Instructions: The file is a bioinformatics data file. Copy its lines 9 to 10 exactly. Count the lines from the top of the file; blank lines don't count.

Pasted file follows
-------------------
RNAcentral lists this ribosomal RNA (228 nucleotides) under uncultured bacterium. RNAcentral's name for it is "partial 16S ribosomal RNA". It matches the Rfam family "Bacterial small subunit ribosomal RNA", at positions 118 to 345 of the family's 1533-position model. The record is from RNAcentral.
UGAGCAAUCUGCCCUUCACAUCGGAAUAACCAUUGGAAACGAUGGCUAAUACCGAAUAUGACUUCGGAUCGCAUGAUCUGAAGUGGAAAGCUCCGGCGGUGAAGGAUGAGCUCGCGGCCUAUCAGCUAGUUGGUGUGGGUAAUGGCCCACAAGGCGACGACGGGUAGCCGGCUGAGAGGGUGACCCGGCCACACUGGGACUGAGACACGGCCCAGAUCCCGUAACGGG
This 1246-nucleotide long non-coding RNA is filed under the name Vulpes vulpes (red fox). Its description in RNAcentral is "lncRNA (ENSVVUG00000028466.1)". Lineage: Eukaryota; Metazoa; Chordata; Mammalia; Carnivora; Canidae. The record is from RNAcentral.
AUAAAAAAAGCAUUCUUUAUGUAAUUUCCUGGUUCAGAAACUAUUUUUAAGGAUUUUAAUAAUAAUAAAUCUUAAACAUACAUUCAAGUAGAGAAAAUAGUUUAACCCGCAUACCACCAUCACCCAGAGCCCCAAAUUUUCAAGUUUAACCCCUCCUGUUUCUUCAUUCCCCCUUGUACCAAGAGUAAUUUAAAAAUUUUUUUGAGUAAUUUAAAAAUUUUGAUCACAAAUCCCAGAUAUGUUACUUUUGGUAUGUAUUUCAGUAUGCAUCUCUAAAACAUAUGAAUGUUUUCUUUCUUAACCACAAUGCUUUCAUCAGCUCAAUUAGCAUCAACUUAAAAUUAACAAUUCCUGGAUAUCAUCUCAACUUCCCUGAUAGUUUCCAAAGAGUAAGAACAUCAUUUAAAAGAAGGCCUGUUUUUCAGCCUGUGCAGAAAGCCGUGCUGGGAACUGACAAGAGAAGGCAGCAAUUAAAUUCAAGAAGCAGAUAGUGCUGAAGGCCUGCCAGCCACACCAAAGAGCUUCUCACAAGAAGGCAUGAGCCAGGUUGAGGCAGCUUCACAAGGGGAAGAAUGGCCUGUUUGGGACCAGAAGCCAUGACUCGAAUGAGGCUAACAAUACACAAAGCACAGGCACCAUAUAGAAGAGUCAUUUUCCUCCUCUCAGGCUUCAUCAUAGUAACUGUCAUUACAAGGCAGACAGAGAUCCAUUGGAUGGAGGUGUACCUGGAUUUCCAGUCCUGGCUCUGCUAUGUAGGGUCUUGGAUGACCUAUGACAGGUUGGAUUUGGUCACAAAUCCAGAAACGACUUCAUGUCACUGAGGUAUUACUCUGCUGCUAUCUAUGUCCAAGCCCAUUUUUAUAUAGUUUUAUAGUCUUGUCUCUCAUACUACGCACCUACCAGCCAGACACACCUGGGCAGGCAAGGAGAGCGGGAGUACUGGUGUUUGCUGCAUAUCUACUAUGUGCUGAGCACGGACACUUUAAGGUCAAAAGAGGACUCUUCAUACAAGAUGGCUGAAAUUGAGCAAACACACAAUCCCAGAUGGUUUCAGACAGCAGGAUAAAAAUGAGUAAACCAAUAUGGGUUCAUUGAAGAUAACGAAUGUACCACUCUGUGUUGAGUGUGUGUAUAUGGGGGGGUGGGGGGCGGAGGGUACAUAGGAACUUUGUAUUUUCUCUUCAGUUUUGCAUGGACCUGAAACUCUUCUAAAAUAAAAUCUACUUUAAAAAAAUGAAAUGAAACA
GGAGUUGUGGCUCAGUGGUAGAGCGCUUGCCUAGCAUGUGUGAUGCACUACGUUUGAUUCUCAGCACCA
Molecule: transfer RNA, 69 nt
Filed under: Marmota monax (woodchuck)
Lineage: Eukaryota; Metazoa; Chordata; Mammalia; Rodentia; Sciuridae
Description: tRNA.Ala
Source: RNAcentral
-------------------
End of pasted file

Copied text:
Description: tRNA.Ala
Source: RNAcentral